At the same time, it was important for us to keep the different mechanics as natural as possible, to avoid having them feeling forced. To give you an example of this, in the dark alien jungle you should be more worried about what could eat you, rather than falling to your death. On the other hand, while on the unstable floating islands, it’s more important to watch your steps because it’s a long way down.
How much did it mean to the team being the recipients of the Unreal Dev Grant? How has that extra help aided you in development of PLANET ALPHA?
The Unreal Dev Grant was what made our studio possible in the first place and I can’t overstate how beneficial it was.
I started working on PLANET ALPHA in 2013 and for almost two years I kept trying to finance the production of the game without success. But at the beginning of 2015, I received the Unreal Dev Grant and things snowballed from there.
It allowed me to submit a prototype to the Indie Prize Singapore where it won three awards for Best In Show, Most Promising Game in Development, and Best Game Art. The awards helped me to find an investor that financed the production of PLANET ALPHA and made it possible for me to establish the game development studio.
After two years of trying, the Unreal Dev Grant made it possible to go from working on the game part-time to starting a development studio, all in a matter of months.
Now that you've had some serious time with Unreal Engine 4, what would you say your favorite tool has been and why?
With its node-based approach, Unreal Engine workflow fitted me perfectly and by far my favorite tool is the Blueprint system.
The funny thing is that the game was started in Unity but after a while, my low C# skills started to take their toll on the production quality, so I abandoned the project. However, after a few months, Unreal Engine came out of private beta and I was able to try the Blueprints Visual Scripting.
Many were reluctant that visual scripting could be a viable way of building a game, myself included, but I kept pushing forward waiting for that time when it wouldn’t work anymore. Now, four years later, we have a game that is made 90% of Blueprints, with the main exception being the hero locomotion system which was built in C++ by our talented freelance programmer, Fernando Castillo.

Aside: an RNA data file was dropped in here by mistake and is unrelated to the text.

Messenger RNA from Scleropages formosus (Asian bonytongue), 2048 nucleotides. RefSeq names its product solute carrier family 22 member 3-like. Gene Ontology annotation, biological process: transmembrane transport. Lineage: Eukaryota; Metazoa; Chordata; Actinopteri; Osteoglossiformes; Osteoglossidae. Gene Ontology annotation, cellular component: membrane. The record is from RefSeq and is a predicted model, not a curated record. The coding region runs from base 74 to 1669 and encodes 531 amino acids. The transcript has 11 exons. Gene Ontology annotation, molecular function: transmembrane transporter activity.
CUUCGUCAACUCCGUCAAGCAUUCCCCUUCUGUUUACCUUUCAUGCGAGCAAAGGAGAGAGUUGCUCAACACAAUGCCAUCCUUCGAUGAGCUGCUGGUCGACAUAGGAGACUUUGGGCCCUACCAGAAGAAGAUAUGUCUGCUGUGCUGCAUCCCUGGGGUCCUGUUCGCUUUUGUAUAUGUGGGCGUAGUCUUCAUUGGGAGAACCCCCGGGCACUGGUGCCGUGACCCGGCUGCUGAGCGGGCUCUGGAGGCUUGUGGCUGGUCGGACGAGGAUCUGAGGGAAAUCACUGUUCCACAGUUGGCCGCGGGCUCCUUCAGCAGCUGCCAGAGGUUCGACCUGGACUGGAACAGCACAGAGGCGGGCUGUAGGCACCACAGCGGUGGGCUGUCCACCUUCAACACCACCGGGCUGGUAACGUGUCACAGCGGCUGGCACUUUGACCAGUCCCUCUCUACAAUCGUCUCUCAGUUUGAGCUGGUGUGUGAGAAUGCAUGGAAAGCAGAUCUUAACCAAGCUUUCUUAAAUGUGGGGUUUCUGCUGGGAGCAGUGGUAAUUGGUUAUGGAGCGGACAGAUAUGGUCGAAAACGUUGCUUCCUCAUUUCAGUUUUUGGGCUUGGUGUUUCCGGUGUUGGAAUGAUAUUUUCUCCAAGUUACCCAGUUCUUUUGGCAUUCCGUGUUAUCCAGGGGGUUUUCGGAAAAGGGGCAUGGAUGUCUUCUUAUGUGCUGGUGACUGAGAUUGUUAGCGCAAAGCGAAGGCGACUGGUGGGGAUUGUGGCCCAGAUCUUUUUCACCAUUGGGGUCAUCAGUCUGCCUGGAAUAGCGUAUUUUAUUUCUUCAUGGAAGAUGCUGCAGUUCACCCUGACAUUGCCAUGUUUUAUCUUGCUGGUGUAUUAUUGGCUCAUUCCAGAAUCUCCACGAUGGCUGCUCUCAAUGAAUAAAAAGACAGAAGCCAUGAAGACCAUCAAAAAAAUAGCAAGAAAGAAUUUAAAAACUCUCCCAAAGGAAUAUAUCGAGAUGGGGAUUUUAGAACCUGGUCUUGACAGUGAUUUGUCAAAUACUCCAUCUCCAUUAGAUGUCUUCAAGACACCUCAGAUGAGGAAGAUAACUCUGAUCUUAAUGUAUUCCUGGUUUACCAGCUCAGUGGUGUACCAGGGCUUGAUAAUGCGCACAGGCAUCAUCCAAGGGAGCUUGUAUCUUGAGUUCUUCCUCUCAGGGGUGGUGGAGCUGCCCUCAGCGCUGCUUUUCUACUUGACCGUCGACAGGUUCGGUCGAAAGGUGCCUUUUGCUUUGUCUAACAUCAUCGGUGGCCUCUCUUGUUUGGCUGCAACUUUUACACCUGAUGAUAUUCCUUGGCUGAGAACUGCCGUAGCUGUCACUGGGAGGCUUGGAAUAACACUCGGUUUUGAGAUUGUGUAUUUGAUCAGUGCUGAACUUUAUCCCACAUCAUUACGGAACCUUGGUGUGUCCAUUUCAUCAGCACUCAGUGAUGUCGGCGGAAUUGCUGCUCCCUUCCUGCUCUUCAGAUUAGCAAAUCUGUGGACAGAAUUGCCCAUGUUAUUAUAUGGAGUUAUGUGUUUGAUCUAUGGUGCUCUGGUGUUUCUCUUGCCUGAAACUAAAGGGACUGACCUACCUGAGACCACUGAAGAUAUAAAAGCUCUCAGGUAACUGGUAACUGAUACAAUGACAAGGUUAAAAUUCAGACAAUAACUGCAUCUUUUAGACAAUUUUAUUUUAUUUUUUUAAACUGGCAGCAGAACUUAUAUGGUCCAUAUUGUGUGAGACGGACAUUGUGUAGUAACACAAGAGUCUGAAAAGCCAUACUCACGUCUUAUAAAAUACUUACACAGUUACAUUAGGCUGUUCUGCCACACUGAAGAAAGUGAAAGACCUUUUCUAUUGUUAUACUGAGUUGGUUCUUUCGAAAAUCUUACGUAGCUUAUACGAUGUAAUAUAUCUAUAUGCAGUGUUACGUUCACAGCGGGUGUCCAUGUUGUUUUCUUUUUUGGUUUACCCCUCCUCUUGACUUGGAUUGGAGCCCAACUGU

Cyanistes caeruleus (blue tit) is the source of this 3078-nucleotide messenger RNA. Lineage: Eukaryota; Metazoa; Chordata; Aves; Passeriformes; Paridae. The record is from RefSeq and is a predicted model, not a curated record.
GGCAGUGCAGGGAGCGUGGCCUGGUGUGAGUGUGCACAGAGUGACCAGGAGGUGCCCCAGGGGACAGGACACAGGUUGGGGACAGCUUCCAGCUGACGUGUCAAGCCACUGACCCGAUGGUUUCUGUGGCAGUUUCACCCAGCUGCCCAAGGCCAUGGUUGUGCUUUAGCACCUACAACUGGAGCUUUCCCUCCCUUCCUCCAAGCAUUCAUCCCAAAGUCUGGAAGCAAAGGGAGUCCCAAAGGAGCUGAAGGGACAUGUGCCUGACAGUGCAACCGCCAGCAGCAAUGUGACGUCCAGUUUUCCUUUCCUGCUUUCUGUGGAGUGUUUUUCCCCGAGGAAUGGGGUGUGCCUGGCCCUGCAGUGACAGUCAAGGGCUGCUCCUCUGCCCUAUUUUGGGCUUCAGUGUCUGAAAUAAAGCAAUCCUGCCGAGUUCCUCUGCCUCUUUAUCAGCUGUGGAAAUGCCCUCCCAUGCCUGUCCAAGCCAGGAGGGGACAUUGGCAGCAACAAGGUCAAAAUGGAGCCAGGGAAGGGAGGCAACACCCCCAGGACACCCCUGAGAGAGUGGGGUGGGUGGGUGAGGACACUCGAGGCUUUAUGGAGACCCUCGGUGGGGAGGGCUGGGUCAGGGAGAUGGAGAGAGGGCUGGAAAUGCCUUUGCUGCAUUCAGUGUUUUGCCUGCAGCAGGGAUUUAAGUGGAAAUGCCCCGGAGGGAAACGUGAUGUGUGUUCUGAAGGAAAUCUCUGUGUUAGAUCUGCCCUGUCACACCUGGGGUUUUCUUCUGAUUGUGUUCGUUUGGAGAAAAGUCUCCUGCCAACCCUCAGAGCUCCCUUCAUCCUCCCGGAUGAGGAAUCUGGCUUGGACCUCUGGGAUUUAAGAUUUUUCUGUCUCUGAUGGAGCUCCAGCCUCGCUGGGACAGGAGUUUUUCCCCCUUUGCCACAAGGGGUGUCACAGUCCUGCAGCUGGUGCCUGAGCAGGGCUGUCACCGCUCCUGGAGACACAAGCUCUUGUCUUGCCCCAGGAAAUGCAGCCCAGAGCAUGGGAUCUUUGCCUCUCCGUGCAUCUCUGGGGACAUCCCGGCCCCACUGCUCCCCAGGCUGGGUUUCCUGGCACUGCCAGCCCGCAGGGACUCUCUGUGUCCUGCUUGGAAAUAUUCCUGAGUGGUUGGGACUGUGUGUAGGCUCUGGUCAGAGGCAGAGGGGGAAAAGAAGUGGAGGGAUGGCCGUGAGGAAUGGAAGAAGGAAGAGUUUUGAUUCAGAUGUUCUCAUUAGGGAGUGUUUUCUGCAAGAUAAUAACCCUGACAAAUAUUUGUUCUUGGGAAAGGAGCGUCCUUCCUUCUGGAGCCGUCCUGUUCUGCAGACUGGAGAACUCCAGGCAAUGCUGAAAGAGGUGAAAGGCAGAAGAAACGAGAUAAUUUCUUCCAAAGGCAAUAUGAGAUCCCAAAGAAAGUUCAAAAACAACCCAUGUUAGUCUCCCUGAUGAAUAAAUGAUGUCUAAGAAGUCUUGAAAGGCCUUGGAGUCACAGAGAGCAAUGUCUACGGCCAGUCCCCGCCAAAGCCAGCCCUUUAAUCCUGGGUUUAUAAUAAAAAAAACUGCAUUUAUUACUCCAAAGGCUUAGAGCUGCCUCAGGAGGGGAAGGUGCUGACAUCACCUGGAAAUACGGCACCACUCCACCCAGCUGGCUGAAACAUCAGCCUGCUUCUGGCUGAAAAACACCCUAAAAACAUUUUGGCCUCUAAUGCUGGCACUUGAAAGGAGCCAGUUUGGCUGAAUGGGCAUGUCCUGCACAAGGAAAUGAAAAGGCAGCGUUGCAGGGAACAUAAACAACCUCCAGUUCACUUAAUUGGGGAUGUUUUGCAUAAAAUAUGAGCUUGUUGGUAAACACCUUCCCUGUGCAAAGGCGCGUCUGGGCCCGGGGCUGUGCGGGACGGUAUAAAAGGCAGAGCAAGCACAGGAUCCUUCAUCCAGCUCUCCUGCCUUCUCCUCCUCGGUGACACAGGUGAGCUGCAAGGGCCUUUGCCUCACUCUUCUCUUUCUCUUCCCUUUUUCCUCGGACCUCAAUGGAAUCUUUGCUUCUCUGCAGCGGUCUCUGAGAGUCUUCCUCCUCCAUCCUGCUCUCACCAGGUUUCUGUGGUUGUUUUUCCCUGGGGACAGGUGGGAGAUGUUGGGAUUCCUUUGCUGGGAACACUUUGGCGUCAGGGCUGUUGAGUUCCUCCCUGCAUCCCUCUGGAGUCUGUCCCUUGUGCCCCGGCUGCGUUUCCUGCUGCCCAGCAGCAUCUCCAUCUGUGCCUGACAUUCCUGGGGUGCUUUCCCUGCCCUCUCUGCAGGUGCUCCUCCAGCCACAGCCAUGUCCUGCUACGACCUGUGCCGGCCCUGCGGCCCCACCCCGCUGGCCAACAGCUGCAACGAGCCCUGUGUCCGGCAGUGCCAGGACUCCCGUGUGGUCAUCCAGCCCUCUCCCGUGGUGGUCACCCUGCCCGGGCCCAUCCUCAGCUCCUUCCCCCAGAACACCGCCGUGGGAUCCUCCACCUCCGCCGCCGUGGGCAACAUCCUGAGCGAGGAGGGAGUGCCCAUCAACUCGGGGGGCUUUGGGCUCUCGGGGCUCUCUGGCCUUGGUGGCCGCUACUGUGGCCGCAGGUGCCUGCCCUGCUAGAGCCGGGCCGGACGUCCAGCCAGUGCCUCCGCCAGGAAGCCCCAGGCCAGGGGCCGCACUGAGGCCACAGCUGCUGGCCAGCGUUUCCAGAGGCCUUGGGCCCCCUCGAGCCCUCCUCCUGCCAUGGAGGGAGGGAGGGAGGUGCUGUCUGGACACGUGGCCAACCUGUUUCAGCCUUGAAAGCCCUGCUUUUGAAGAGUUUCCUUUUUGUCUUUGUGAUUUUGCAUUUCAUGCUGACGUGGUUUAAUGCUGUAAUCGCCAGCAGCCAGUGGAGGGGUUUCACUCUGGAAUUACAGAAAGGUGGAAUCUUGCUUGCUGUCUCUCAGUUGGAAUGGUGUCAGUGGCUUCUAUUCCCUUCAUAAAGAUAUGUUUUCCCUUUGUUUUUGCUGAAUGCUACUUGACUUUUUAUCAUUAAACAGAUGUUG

The low learning curve for the visual scripting system means that each of us can build and prototype different systems quickly and on our own which is another great benefit for a team of our size.
One of the mechanics I've seen mentioned for PLANET ALPHA is the ability to control the switch from day to night. How does the affect gameplay for the player?
The planet rotation mechanic came early on when I was looking for a feature to tie all the other mechanics together but also to help the game stand out.
Moving to Scandinavia a few years earlier, I was fascinated by the long and colorful twilights when the sun lowers below the horizon and the sky is scattered with vivid shades. It’s a huge and often dramatic transformation that as an artist I wanted to replicate in the game, so I implemented a day and night cycle.
On the gameplay side, the day and night cycle affect every gameplay mechanic: platforming, puzzle, stealth, and exploration. The player will need to take advantage of the changes to advance in their quest - it can be anything from mushrooms raising to catch the sunlight in the dark forests, which can be used as platforms, to plants that spit acid bombs when they feel under threat which can be used to distract or even destroy enemies.
If you had a chance to offer advice to someone picking up development on Unreal Engine 4 for the first time, what would it be?
By the time I started using Unreal Engine 4, I already had experience with countless other software so I found it very easy to learn the engine. But I can understand that a newcomer to game development might feel intimidated by Unreal Engine and my advice is that while it might look too complex at the start, that same complexity will allow you to later create games better and faster, so think of it as an advantage.
Where are all the places people can go to keep up on PLANET ALPHA?
We’re pretty much everywhere! You can learn more about the game and subscribe to our newsletter via our official website. Of course, you can follow up on social media as well via Twitter, Facebook and Instagram. You can also catch up on our latest videos via our YouTube channel.